It is interesting how the Dispensationalists vigorously insist upon the grammatical-historical (literal) hermeneutic, while at the same time failing to follow it themselves. As Ice has himself pointed out, the grammatical-historical (literal) is often confounded with the denotative (literal).
The connotative (figurative) and the denotative (literal) are both legitimate within the Dispensational system, according to Ice's own affirmation. Yet in most cases when Dispensationalists accuse others of failing to be literal, they don't really mean grammatical-historical (literal) but denotative (literal). Their radical insistence on the denotative (literal), in inappropriate places, shows deficiencies in their understanding of Sciptural grammer and language use.
Indeed, these Dispensationalists fail to follow through on rigorous and thorough grammatical analysis. So...they are deficient in both the historical and the grammatical portions of their supposed hermeneutic. The grammatical deficiency surfaces as they ignore the normal use of connotative (figurative) language in the Scriptures. The intricate "sun, moon, stars," "heavens and earth," "coming," "winepress," "harvest," and other such normal language is not at all understood by the Dispensationalists at large.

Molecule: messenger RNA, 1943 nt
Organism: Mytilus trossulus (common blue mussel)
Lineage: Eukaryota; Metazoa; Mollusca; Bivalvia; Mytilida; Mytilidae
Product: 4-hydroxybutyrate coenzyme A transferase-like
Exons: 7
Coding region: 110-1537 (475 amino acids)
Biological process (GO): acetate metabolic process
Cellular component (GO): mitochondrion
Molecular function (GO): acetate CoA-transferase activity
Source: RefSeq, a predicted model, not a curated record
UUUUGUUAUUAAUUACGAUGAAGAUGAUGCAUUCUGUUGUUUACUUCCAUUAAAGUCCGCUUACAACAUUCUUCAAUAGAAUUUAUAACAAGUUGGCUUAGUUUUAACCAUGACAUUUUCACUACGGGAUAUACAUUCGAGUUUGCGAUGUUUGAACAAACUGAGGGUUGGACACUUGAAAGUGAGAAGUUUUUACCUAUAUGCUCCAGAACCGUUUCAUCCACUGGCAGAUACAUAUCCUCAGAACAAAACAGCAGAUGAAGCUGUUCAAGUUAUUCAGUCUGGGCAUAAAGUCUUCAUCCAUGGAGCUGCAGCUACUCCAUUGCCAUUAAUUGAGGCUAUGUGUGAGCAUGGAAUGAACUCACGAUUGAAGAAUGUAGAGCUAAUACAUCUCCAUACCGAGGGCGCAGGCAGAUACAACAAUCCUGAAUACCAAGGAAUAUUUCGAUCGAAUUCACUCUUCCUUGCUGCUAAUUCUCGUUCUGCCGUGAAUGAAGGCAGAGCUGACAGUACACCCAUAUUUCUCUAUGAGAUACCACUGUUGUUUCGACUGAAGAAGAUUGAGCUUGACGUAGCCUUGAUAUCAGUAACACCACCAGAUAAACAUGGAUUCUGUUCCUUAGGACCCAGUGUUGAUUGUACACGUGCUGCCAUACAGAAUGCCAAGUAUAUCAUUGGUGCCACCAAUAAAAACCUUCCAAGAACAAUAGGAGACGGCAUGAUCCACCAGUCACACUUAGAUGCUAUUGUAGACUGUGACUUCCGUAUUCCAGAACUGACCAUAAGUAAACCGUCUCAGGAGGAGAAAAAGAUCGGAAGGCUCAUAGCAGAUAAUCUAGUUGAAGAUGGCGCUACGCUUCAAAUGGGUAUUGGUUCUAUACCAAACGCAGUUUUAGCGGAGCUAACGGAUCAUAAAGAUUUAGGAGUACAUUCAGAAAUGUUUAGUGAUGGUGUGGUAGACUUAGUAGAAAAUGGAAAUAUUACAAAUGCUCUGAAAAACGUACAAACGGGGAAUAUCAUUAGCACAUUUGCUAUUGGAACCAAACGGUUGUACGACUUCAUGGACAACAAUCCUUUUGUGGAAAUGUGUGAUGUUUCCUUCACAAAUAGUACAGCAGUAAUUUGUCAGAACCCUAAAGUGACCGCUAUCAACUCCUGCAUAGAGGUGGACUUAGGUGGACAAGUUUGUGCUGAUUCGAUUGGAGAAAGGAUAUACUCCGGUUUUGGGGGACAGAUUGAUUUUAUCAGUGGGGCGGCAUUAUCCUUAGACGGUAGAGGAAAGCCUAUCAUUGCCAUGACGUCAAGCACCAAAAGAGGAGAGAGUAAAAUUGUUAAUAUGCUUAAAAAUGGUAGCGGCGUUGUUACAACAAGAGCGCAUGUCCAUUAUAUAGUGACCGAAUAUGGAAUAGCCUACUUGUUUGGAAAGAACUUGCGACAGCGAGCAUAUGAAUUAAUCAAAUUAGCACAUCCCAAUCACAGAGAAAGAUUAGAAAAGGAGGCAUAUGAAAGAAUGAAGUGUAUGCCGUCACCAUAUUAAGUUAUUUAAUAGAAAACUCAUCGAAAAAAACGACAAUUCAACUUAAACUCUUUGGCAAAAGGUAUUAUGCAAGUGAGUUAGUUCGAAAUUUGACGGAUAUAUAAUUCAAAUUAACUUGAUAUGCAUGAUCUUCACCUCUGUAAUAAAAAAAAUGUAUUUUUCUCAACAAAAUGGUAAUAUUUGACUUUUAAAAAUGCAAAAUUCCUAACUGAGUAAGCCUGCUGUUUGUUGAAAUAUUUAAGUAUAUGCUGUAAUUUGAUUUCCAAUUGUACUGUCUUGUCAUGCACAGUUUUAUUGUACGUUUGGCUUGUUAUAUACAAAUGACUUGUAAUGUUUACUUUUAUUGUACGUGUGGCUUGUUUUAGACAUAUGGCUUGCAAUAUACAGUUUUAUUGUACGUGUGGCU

This deficiency makes a mockery out of the grammatical-historical method. It is weak and inconsistent application. Moreover, it leaves the door wide open to cults to speculate and deceive (as these cults may have learned to do from "Christians").
Yet amidst all this confusion is a light of hope. For my part, I am convinced that Preterism, in the future, will be recognized as the post-Reformational recovery of the grammatical-historical method. Posterity will both laugh and cringe at the mistakes of the 20th Century.
Furthermore, Preterism (once popularly adopted) will likely deal a death blow to many cults and liberal skeptics. It may also unify the church considerably and powerfully. In any case, it's certainly an exciting development.